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25 Years Ago: Lack of communication between delegation, county executive could hurt Harford

Winter Weather and BlizzardsPlant OpeningsEasterSt. Patrick's DayMaryland General Assembly

From The Aegis dated March 24, 1988:

"Communication lapses between the county government and the state delegation to the Maryland General Assembly – whether perceived or real – could lead to decisions potentially detrimental to Harford," so went an article in The Aegis 25 years ago this week.

While Harford senators and delegates said the county executive rarely met with them during the session to discuss his needs and opinions on pending legislation, Habern W. Freeman said the legislators should be aware of his positions on most of the major issues, and he was too busy running the local government to keep traveling to Annapolis for such meetings.

Case in point was a bill before the General Assembly that would change how recordation taxes were appropriated, which moved through the Ways and Means Committee unopposed. Freeman and the county treasurer, however, told The Aegis the plan could be harmful to the county.

Havre de Grace was planning to honor its most famous decoy-maker, R. Madison Mitchell, who had recently turned 87, by renaming the foot of Giles Street, between Market Street and the Susquehanna River, R. Madison Mitchell Place.

A second county water plant in Havre de Grace was envisioned 25 years ago this week to be ready in about two years. The county and Havre de Grace approved an agreement in 1980 to build a new plant in Havre de Grace, and 25 years ago this week a design contract for the plant was awarded to a Baltimore engineering firm. The project could be bid for construction in the fall and if all went according to plan, could be finished by 1990.

According to the agreement, the county spent $1.8 million on the city's plant on St. John Street, that had a capacity of 4 million gallons per day. Havre de Grace used 1.4 million to 1.5 gallons a day, while the county was buying on average 2 million gallons a day.

Ten years after joining the Harford County Board of Education together, W. Eugene Graybeal and Kenneth B. Block, dubbed "The Odd Couple," were leaving together, too. Their two, five-year terms ready to expire, they "endured the slings and arrows of more hot issues than either can recall," according to The Aegis.

While Block often came out in direct opposition to the superintendent, Graybeal was known to be a staunch supporter of school system head Dr. A.A. Robert and his administration.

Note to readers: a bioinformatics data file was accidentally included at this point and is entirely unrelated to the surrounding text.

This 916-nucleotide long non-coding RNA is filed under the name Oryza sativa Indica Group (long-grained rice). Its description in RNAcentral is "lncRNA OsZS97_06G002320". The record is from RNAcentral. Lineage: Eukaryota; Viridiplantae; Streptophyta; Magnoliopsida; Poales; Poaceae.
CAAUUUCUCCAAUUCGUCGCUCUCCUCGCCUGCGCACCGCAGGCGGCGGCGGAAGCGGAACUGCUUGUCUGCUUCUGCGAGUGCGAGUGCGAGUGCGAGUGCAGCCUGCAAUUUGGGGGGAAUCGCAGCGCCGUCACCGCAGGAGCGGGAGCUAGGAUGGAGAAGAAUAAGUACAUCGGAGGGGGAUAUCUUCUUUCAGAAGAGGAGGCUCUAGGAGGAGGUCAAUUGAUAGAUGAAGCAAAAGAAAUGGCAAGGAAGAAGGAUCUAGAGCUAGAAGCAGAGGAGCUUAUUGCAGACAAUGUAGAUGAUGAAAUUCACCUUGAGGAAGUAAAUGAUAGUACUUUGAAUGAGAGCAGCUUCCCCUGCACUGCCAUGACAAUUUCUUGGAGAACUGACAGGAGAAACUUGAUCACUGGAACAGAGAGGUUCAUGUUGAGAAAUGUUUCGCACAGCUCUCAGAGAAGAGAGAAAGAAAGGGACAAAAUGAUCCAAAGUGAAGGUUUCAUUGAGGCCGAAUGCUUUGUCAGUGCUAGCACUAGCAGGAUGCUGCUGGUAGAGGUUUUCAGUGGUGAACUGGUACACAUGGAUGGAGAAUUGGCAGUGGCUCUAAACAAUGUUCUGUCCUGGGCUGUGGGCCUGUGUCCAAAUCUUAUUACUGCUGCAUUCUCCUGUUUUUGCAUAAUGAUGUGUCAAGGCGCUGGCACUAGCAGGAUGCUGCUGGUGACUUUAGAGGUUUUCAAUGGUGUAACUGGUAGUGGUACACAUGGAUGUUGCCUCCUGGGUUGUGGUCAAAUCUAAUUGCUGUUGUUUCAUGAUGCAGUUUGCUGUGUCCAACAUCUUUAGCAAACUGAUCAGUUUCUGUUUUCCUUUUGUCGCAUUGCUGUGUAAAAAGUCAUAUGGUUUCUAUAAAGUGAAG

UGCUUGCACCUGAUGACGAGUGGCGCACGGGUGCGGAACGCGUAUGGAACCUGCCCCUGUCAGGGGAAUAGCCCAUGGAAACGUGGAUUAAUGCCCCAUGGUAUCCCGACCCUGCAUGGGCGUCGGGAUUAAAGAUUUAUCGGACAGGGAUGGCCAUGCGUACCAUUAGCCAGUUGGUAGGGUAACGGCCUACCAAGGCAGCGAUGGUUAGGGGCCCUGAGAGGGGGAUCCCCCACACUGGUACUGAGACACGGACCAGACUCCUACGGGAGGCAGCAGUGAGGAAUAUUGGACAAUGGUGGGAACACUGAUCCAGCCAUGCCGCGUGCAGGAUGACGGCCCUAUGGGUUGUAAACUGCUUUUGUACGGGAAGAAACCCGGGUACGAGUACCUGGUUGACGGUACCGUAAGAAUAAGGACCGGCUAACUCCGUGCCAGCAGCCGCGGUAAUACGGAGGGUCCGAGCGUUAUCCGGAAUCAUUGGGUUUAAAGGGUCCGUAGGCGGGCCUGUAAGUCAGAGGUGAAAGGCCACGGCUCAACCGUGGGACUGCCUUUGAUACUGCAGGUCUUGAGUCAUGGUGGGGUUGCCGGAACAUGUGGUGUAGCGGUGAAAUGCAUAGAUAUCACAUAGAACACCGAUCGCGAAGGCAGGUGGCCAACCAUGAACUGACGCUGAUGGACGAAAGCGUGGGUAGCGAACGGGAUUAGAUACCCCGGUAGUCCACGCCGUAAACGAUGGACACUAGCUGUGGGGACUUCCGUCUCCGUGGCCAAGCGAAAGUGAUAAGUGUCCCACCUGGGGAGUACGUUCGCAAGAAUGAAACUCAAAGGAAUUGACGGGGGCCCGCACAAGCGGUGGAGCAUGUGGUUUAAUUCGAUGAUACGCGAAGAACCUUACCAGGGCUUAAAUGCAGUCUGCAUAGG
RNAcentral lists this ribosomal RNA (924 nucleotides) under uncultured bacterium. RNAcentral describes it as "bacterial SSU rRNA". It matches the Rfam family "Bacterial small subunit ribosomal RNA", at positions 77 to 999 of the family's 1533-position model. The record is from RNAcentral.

"Ghost issues don't bother me and I don't like hidden agendas," Block said. "The way I look at it, if you're for something, say so, if you're against it, then say so, but don't say one thing in public and then something else in private."

Graybeal, on the other hand, said "I think where the board has gone wrong is in failing to support the administration and bickering with one another ... I've seen myself as a mediator even though I've felt like giving up when the board has been divided."

A cigarette carelessly thrown away was believed to have started a nearly 10-acre brush fire, that became two separate fires, 25 years ago on state property in Jarrettsville.

"We believe that it was a couple of kids smoking as they walked ... one of them tossed his cigarette..." a Maryland Department of Natural Resources official said.

It wasn't even spring, but entries were being sought 25 years ago this week for the Harford County Farm Fair, planned for Aug. 5 to 7 at the Harford County Equestrian Center. Entries were needed for the open classes of home arts and farm products.

In 1988 this week, Harford was remembering "The Worst Blizzard Ever" that hit the area 30 years earlier, in 1958. The late winter storm, that dumped 24 inches of wet snow, came quickly and at a time of year when people were more looking forward to spring than thinking about a snow storm. Headlines from the paper following that storm included "Photos tell a graphic story of hardships," "80 percent of county without light at storm's peak," "Storm's weight collapsed many local buildings" and "Dairy farmers severely hurt by power loss."

Eleven women were set to compete in the Miss Harford County Scholarship Pageant April 9, 1988. They included Antoinette Farace, of Joppa; Kimber Garrity, of Bel Air; Christina Hunt, of Forest Hill; Lisa Martinez, of Bel Air; Bridget Quinn, of Bel Air; Sharon Rinaldi, of Bel Air; Jill Salkowski, of Kingsville; Rhonda Lynn Schaffer, of Baltimore; Leah Tipton, of Bel Air; Ann Marie Webster, of Forest Hill and Lori Ann Windsor, of Mount Airy.

Now that St. Patrick's Day was over, advertisers were looking forward to Easter. Log Cabin Candies on Belair Road was selling 18-inch milk chocolate bunnies for $8.99, while pistachio nuts were $2.99 a pound "while supplies last" and "with this ad only."

Petals & Posies Florist had "Bunny Bunches" for $3.50, while Lauren's had children's dolls, toys, books and stuffed animals to "enhance any child's Easter basket."

The Easter Bunny was also at Harford Mall, and kids photos with him were $5 each. The bunny would be there through April 2.

Copyright © 2014, The Baltimore Sun
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